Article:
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Healing, then and now

World famous in the '50s, St. Stephen's is now soothing spirits with less fanfare.

If it’s Thursday, this must be the Rev. Dr. Charles Flood, celebrating the midweek Holy Eucharist at historic St. Stephen’s.
If it’s Thursday, this must be the Rev. Dr. Charles Flood, celebrating the midweek Holy Eucharist at historic St. Stephen’s.Read moreALEJANDRO A. ALVAREZ / STAFF PHOTOGRAPHER

IN THE 1950s and into the early 1970s, St. Stephen's Church was the site of a world-renowned healing ministry. The ailing came from far and wide to pray with the church's leader, the Rev. Dr. Alfred Price. Those who were unable to travel could ask St. Stephen's 135-member prayer group, which prayed in shifts 24 hours a day, to include their names in their appeals.

In a 1971 article, the Reading Eagle wrote that "through prayer and the proper medical assistance, [Price] has seen man cured of everything from colds to cancer, arthritis to alcoholism, and ear ache to epilepsy."

"There is no such thing as an incurable disease," Price said then. (He passed away in 1992.) "There is only an incurable person."

The focus at St. Stephen's today is more on spiritual renewal and healing. Services include meditation and chanting, allowing people to lose themselves in individual prayer. Although nominally an Episcopal church, it draws worshippers from many different Christian faith traditions.

"It's really a church for all people," said the Rev. Dr. Charles Flood, the current rector, who has helmed St. Stephen's for 22 years. "A lot of people come in and pray and leave renewed, with or without a [formal] service."

Where we worship: St. Stephen's is at 19 S. 10th St., just below Market Street. There are two weekly services: Thursdays at noon and 10 a.m. Sundays. Additional services are held for Christmas Eve - this year at 9 p.m. - and other holidays.

Architect William Strickland designed the church in Gothic style, making St. Stephen's one of the country's first such structures - it was built in 1823 - and igniting a Gothic Revival craze in the U.S.

In 1878, Victorian architect Frank Furness designed the parish house. Some of the interior touches, including some windows and marble furnishings, were done by the Tiffany Co.

Open the doors, see the people: In addition to regulars from its congregation, the Center City church also attracts drop-in medical staff from nearby Thomas Jefferson University Hospital. Out-of-town visitors to the Pennsylvania Convention Center also step inside for spiritual healing.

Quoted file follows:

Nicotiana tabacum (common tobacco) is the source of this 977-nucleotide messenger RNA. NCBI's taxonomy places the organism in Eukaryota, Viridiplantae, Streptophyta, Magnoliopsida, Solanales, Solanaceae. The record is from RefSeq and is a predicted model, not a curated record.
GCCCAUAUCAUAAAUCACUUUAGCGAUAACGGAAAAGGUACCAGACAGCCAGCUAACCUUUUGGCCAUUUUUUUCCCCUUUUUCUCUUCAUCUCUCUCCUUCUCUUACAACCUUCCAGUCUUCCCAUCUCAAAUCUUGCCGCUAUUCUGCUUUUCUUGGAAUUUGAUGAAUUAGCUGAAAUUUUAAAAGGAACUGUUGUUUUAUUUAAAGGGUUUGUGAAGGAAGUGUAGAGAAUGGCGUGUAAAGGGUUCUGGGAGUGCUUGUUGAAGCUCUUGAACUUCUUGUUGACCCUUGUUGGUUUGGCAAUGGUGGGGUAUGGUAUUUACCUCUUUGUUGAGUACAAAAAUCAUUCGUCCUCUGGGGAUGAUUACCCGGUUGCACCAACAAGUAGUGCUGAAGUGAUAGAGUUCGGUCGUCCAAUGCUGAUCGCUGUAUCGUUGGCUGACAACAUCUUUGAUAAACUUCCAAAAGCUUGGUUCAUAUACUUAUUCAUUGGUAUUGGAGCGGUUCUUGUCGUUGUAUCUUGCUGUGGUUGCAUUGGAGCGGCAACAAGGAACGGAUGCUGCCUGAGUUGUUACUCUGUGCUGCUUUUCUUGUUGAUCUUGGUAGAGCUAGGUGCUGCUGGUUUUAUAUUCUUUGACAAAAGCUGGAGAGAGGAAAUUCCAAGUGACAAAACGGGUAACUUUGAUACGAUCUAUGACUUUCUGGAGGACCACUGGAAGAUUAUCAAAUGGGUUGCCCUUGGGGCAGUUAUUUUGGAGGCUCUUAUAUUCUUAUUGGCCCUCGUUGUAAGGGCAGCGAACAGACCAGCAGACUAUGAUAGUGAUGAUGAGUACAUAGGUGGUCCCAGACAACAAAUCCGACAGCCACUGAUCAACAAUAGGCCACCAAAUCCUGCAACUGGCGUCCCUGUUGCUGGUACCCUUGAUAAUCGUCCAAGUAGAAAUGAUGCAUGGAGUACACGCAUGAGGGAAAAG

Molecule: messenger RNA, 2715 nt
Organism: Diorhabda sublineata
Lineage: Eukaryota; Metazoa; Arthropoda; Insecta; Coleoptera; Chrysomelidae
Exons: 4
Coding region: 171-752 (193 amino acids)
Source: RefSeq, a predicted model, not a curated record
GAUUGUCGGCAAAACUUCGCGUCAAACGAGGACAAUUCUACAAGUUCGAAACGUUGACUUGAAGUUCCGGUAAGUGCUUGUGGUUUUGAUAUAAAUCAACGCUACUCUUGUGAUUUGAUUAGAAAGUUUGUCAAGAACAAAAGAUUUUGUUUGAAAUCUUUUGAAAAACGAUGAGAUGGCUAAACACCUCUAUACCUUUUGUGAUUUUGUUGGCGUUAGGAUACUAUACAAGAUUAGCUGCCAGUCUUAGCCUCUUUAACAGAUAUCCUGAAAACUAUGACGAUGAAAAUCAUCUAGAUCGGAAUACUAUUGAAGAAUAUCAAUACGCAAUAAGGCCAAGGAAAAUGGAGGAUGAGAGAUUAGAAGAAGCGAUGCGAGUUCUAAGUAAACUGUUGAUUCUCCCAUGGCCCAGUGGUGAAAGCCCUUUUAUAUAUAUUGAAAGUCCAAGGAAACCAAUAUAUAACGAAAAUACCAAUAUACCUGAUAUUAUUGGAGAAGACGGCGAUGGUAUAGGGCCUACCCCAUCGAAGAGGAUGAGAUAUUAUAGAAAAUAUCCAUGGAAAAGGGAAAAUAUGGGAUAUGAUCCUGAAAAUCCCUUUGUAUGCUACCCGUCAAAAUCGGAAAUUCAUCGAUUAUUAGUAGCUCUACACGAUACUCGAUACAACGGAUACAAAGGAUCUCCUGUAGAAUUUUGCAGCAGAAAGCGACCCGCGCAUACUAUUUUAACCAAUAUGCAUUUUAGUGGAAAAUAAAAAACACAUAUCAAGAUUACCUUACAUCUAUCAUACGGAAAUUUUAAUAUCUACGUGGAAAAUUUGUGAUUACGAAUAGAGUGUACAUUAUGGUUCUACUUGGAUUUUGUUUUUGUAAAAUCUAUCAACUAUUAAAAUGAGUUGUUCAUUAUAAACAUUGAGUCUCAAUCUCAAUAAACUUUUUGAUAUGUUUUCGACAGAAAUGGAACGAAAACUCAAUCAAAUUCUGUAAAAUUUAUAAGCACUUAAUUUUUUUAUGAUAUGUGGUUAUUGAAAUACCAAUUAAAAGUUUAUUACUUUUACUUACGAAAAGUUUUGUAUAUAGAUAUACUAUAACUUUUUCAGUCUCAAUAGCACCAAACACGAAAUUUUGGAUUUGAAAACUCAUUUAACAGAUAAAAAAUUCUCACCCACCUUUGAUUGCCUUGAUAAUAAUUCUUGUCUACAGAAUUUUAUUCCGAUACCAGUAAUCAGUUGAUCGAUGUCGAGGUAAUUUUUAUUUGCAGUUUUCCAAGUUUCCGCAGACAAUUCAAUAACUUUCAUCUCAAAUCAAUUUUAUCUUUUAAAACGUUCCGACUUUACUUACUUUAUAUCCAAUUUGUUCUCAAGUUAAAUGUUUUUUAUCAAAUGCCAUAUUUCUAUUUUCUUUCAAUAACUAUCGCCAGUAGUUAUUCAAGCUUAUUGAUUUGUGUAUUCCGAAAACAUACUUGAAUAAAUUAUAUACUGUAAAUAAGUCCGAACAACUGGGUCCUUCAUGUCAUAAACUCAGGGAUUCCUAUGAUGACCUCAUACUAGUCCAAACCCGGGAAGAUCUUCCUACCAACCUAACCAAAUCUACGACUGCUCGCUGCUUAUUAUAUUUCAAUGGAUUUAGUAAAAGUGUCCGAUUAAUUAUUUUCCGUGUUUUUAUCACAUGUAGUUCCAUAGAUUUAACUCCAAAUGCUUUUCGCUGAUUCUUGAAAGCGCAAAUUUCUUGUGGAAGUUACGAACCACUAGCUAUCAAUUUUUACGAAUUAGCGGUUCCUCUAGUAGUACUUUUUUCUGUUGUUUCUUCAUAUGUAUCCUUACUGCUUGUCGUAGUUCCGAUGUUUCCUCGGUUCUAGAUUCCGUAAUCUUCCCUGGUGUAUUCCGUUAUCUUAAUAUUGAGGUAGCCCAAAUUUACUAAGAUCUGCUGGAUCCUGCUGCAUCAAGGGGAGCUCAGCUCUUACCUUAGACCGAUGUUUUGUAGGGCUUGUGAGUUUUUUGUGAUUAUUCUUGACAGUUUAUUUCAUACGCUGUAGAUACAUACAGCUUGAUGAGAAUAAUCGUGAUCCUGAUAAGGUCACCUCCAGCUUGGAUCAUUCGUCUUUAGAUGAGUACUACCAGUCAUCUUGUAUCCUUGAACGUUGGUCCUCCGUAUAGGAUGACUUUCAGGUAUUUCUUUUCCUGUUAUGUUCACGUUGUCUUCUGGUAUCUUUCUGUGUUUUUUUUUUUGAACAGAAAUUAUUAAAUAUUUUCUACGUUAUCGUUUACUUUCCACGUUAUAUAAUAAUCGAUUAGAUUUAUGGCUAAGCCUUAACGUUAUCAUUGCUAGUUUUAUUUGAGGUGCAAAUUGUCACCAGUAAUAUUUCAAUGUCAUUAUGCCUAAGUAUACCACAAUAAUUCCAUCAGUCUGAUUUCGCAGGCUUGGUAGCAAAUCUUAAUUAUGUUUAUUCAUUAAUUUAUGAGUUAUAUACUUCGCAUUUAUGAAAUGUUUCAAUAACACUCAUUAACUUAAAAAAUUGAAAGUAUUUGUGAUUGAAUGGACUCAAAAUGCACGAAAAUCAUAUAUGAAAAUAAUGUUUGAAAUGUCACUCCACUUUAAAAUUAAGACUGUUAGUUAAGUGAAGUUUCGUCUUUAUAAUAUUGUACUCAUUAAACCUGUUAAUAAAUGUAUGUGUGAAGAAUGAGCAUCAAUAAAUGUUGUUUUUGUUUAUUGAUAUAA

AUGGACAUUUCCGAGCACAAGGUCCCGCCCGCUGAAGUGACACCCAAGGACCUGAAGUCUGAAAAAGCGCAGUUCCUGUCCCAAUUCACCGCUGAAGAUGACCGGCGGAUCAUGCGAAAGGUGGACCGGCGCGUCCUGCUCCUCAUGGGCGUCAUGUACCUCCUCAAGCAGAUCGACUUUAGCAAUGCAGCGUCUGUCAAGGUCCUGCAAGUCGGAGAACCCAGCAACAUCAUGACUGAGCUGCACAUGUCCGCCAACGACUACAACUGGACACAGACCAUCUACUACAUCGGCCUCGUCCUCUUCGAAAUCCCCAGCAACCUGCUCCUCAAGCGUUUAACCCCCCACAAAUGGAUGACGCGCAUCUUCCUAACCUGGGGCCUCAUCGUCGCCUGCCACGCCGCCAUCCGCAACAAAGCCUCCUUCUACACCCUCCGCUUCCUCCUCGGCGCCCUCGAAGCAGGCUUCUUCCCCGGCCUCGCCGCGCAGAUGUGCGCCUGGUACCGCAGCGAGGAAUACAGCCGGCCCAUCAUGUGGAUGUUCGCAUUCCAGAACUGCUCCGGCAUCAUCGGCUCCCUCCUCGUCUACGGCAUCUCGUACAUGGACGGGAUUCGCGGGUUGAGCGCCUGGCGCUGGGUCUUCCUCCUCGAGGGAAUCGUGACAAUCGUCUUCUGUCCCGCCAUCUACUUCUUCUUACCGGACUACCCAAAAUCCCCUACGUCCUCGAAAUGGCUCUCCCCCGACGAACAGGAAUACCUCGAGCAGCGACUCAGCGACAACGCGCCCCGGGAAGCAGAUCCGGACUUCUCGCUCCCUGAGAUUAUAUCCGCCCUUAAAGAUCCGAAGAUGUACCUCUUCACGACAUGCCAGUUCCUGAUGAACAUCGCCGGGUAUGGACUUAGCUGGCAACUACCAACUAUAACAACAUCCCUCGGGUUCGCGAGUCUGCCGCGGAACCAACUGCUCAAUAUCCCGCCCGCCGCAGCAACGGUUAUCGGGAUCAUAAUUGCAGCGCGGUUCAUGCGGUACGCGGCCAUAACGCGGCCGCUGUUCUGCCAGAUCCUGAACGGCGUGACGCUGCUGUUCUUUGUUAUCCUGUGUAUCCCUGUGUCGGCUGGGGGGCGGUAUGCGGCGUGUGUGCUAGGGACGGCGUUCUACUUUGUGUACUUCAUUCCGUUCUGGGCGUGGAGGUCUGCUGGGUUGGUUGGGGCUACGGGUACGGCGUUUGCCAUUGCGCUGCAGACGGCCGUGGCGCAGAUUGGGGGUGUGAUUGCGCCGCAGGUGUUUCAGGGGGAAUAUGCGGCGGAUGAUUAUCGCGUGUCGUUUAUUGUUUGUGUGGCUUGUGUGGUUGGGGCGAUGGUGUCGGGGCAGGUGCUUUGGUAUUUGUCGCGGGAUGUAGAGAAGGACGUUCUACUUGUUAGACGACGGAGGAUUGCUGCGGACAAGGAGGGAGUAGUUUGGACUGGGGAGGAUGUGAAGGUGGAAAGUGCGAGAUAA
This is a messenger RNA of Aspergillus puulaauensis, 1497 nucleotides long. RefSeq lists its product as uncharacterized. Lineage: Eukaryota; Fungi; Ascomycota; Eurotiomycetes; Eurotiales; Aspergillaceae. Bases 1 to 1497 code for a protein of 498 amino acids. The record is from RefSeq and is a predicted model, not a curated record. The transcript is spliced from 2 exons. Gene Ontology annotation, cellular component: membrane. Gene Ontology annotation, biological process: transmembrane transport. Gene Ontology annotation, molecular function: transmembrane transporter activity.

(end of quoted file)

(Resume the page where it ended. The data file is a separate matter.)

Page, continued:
What we believe: Flood said the Episcopal church makes a point of welcoming others under its "big tent."

"All are welcome," he said.

Arts patrons, included: The Lantern Theater Company is one of two arts organizations housed at St. Stephen's. It has its offices there and uses the church's theater for performances.

Philadelphia Sinfonia, a youth orchestra, performs and practices in the sanctuary. "There's a very spiritual side to the arts," Flood said. "They affect the soul."

Fabric for thought: St. Stephen's has a canvas labyrinth that is sometimes set up inside the church, allowing for a sort of walking prayer. "It's a great meditation device," Flood said.

(The concept was developed by a California priest in 1994. Her organization, at, provides details on the practice.)

St. Stephen's takes out its labyrinth when groups request it. Once, Flood said, a 20-something young man came into the church in street clothes, changed in the bathroom into a long off-white robe and began to walk the labyrinth. In the middle, he performed some yoga poses. Then he changed back into street clothes, and left.

Something that might surprise people: On Ash Wednesday, the faithful don't need to attend services to express their piety. St. Stephen's offers an "Ashes To Go" program. Last year, Flood stood outside the church all morning, applying ashes to about 300 foreheads. "People lined up down the street," he said. "This was the perfect thing for our particular parish."

Big moral issue we're grappling with: The increasing gap between rich and poor. "Worldwide poverty is a big moral issue," Flood said.

"The church isn't in the position to write checks and say, 'This will solve all the problems.' Our role is to help people understand that this country is still a very wealthy place and there are people who are starving in our midst."

Sharing strength: In addition to his work in Philadelphia, Flood has served as a spiritual counselor to the New York City Medical Examiner's Office since 9/11. He works mostly with first responders but also with a few families who lost loved ones.

Each year, he leads the morgue's memorial service, praying for 9/11 survivors and the many victims whose remains are still not identified.

Words of hope: No matter how bleak things seem, God is always there, Flood said. "His love is what created this world and it's what sustains us. People should remember that.

"We can't change the course of our lives - we get sick or we may suffer some tragedy - but we're not alone in the universe."